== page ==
“I couldn’t understand since I had done everything that I was asked to do why I was being charged with something that clearly wasn’t intentional, was ‘insignificant’ — how the LSRCA referred to it — and was going to be rectified as soon as my contractor did the work, which has subsequently been done and approved by both the MNR and LSRCA.”

He also called into question the LSRCA’s investigation of the matter regarding the “minor permit at my property”.

Mr. Grossi says he was not privy to presentations made to the board, that both Mr. Baldwin and Mr. Walters were not allowed to discuss the matter with him and that he believes both senior managers have not had the opportunity to tell the board what they advised him to do.

“I, like others within the Lake Simcoe watershed, have relied on the expertise of those at the LSRCA,” stated Mr. Grossi.

“Both Rob Baldwin and Mike Walters are professionals and I respect their advice. I am surprised, however, that they have not been allowed or been able to respond to this issue. Hopefully, when they are allowed, the board at the LSRCA and others will see that what I did was unintentional, insignificant and without malice.”

But the LSRCA board maintains the matter was not insignificant, as Mr. Grossi contends.

It further affirms it completed a lengthy and thorough investigation into the matter and was completely satisfied that it had all the information it required to conclude its review, including information regarding staff conduct and comments related to the permit required for the shoreline repair work.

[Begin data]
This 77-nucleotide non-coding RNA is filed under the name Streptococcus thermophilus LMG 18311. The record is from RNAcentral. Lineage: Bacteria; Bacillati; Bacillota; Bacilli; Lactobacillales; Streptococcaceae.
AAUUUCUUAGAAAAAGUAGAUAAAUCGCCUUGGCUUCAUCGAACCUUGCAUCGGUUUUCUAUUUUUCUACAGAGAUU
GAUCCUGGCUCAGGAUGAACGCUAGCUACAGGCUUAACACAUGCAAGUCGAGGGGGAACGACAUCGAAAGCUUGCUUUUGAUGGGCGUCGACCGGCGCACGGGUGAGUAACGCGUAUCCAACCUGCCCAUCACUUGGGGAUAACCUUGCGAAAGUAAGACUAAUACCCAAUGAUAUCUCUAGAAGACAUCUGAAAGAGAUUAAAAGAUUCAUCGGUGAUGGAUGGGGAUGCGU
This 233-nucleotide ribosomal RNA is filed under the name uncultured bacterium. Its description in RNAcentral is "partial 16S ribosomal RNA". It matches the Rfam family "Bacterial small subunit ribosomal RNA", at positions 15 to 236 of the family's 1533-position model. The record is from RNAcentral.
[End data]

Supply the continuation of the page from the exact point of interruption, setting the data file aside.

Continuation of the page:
Mr. Grossi was provided the opportunity to address the board during its investigation, added Ms Bath, who replaced Mr. Grossi in the position after he requested and was granted a leave of absence Nov. 1 in light of the charges against him.

“Let me assure you that the board of directors commends staff for its professionalism. This is not an insignificant matter,” Ms Bath said.

Georgina Mayor Rob Grossi ordered to pay $1,500

By Heidi Riedner Georgina Advocate December 1 2013

Georgina’s Mayor Robert Grossi has been fined $1,500 and given 90 days to pay after two charges, laid against him by the Natural Resources Ministry in August, were settled in court last week.

Mr. Grossi, who stepped down last month as the Lake Simcoe Region Conservation Authority’s chairperson pending resolution of the charges, entered a guilty plea to the charge of filling shore lands without the authority of a work permit, a senior spokesperson for the Ministry confirmed today.

“I plead guilty so that I could explain my side of the story now instead of spending $20,000-plus and being able to only tell my side of the story when the trial may occur in three or six months or longer, depending on when the court would hear my case,” Mr. Grossi told The Advocate last Friday.

A second charge for depositing material on public lands without the written consent of the Minister was withdrawn.

The matter, which involved stabilizing the shoreline on Mr. Grossi’s private Lake Drive property July 25, was decided in Newmarket Provincial Offences Court Nov. 25.

While serving as the conservation authority’s chairperson, Mr. Grossi — who requested and was granted a leave from the board Nov. 1 in light of allegations — was charged by the Ministry in August.

Maintaining since the charges were laid in July that he sought out and followed proper protocol based on expertise and advise from senior LSRCA staff, Mr. Grossi said he now hopes the public “will see that what I did was unintentional, insignificant and without malice” in a written statement also released to the media Friday.

Although he was advised to take the issue to court, Mr. Grossi preferred the plea bargain avenue to save himself $20,000 in expected legal fees, he said.

“I am not prepared to waste my money on this issue,” he further stated in the release.